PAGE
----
You want more Elvis? OK! You didn’t think Arts DEVO was going to stop blathering about Elvis Costello just because his marathon solo show at Laxson Auditorium happened more than a week ago (Sept. 23) did you? It probably goes with out saying that I and Mrs. DEVO (and my uncle and aunt there with us) thought Elvis was rad. That’s how these nostalgic “An evening with …” shows normally work: Everyone there is already a fan, and the shared experience of hearing our guy do the thing that we already love—like chew his way through “Watching the Detectives” (a particularly noisy and awesome version)—is pretty much guaranteed to be rad to us. Add to that the fact that I got to reminisce over beers at The Banshee before the show with my uncle, the guy who introduced me to My Aim is True and This Year’s Model when I was 9 years old, and a good night was a no-brainer.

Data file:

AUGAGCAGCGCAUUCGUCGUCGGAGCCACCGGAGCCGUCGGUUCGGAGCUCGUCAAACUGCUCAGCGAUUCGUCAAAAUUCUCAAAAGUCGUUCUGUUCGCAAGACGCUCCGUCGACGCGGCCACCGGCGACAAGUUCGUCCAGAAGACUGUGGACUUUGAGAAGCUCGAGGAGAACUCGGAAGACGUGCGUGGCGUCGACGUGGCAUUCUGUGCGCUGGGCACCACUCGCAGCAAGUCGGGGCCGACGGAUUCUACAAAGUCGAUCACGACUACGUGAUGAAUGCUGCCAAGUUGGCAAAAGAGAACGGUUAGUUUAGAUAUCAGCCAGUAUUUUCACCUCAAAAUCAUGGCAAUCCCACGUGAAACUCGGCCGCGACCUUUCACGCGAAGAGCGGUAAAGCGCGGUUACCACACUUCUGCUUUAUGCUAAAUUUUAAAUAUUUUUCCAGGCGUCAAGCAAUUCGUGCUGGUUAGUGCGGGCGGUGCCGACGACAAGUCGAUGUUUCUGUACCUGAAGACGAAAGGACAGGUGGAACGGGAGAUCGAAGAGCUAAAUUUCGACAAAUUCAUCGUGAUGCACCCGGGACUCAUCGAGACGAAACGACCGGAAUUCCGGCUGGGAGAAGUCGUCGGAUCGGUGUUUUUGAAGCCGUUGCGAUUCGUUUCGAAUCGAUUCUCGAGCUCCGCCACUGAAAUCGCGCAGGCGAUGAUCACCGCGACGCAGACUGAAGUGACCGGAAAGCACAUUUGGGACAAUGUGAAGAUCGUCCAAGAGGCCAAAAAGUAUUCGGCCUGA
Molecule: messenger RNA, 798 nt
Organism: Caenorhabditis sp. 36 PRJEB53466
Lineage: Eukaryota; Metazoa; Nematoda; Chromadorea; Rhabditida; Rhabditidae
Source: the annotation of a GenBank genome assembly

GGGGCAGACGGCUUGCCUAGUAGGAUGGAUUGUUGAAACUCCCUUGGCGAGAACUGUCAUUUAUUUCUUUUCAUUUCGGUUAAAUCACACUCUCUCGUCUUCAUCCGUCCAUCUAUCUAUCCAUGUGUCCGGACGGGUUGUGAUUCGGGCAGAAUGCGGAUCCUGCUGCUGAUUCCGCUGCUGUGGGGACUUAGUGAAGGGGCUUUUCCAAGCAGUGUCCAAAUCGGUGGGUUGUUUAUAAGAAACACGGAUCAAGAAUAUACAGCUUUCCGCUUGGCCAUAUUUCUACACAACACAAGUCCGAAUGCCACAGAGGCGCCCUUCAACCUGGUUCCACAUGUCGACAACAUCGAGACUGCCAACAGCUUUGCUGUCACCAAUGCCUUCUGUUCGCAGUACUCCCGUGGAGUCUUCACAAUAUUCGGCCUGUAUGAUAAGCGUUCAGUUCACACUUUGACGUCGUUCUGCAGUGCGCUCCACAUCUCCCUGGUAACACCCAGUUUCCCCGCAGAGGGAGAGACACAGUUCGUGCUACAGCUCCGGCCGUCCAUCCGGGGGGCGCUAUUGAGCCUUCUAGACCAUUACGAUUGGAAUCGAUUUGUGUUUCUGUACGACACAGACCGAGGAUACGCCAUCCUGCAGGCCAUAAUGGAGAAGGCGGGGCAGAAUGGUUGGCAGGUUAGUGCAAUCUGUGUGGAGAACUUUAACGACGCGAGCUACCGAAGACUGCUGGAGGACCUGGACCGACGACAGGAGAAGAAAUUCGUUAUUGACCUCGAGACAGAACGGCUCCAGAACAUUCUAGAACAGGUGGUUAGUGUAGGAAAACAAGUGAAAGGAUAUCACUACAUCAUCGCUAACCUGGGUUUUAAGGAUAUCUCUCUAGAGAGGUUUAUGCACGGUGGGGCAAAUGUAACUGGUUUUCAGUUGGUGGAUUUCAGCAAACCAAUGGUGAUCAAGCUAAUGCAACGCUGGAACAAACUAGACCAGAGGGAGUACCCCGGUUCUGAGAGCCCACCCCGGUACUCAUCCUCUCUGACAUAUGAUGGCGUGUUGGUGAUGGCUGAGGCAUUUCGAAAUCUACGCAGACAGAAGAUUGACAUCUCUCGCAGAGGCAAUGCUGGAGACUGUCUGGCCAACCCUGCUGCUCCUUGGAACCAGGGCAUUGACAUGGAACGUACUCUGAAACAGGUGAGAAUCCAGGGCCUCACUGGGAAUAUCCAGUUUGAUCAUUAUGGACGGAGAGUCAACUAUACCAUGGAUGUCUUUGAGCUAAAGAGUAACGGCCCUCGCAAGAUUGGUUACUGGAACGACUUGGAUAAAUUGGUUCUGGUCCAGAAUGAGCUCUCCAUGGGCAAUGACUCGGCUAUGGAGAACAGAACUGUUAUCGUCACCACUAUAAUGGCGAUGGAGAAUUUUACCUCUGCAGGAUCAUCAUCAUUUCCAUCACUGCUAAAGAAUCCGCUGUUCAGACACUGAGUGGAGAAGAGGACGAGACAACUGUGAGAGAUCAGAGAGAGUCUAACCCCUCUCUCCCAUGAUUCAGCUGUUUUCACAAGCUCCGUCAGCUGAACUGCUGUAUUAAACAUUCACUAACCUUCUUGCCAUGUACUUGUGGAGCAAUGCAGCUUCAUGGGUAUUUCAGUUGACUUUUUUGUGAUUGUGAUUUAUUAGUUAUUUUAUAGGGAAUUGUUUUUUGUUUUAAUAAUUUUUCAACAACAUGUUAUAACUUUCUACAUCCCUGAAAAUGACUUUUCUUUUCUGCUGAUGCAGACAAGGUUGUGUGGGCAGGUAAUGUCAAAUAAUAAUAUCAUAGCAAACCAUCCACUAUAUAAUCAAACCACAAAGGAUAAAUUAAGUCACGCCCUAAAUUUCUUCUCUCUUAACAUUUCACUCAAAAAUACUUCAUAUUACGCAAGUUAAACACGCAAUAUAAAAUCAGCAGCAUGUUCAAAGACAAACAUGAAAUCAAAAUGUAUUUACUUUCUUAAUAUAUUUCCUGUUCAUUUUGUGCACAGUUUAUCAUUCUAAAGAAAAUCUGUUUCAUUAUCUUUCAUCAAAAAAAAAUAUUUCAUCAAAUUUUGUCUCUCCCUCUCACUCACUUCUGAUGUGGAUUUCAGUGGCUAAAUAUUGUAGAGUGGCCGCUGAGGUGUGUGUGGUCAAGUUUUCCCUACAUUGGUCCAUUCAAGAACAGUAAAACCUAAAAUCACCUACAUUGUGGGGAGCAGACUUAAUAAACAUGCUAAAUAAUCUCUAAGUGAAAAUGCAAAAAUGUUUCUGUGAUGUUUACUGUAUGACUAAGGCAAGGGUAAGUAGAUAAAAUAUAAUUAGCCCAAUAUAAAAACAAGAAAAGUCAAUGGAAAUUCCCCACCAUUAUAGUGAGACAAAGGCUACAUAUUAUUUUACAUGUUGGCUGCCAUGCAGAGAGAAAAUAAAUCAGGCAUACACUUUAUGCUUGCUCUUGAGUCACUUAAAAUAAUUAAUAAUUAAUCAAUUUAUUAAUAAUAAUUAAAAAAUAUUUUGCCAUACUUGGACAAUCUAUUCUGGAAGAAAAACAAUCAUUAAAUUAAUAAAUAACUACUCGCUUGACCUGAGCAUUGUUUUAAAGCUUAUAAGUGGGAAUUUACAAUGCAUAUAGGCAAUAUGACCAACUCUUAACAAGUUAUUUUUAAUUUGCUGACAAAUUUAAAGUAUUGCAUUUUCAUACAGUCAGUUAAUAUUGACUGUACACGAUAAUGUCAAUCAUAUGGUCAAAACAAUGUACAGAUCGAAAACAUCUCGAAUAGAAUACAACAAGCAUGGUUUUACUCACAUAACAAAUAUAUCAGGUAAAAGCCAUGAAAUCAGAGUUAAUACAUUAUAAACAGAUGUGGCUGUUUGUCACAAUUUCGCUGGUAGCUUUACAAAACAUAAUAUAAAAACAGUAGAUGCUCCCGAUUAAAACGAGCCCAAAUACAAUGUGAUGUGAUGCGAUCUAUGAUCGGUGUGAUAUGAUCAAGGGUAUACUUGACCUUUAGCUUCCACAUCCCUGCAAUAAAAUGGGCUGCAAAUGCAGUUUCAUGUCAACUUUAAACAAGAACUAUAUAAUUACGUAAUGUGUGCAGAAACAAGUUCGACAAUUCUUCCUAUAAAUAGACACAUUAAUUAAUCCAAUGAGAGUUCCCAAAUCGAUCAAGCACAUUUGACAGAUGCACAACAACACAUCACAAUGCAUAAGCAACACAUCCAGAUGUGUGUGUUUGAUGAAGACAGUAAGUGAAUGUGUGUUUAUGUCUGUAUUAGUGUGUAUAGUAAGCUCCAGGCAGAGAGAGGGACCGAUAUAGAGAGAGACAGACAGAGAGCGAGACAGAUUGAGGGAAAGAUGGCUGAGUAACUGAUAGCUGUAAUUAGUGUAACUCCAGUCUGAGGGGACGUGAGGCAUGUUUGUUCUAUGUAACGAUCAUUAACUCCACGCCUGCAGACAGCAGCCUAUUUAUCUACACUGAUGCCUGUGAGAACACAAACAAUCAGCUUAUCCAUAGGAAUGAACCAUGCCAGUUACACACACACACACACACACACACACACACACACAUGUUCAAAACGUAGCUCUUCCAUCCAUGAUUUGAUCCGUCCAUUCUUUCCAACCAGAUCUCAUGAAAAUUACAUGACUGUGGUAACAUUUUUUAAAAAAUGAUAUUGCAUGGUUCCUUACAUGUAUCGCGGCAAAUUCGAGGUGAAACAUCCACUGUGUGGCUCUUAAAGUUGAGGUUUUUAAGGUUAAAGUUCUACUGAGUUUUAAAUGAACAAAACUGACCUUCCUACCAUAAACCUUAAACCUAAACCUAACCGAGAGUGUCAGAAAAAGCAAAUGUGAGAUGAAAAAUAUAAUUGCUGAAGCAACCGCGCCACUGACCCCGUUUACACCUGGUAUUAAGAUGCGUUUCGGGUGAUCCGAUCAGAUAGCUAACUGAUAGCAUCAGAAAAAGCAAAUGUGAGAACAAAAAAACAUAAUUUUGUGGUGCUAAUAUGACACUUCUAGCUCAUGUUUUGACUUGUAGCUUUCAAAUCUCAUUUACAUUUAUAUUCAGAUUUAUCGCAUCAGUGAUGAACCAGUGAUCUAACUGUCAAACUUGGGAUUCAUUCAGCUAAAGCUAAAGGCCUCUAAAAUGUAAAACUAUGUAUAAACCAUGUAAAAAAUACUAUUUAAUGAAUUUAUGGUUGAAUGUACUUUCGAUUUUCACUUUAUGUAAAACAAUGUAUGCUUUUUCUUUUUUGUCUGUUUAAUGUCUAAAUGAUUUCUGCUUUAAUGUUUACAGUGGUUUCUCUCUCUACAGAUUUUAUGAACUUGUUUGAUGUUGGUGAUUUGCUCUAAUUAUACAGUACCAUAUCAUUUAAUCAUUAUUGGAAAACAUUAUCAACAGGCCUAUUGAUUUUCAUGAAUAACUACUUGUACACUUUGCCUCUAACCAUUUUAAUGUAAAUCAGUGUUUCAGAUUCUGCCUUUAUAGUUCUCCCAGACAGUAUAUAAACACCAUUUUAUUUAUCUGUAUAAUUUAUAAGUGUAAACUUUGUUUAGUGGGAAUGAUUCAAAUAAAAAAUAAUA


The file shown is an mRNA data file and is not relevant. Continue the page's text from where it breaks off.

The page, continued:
With the stage set with a big “20” and “54” lit up on either side, and a sign in the middle advertising the “Centenary Tour” (a celebration of the artist’s 100th year, about 42 years early), Costello hopped around his repertoire, exchanging one guitar for another for a mostly acoustic retelling of his 35-year career. Some of the faves were just bashed out with few to no dynamics —“Suit of Lights” and a rushed “Our Little Angel” (both off 1986’s King of America) come to mind—while some, like “(What’s so Funny ’Bout) Peace, Love and Understanding” (the Nick Lowe cover that Costello now owns), were glorious in their bashed-outness. But some of the classics were re-imagined and re-energized, like the looping “Watching the Detectives” (the first tune he ever recorded with The Attractions) and probably the most satisfying, a reworking of Costello’s first U.S. hit, 1983’s “Every Day I Write the Book,” which, unencumbered by its murky faux Motown-ness, came out much brighter and sweeter.
He’s 58 now, but Costello’s voice was as strong as ever—still distinct and infused with several different shades of character, most notably on the incredible “Brilliant Mistake” (also off King of America) which along with his mash-up of 1980’s “New Amsterdam” with The Beatles’ “You’ve Got to Hide Your Love Away” was my favorite song of the night.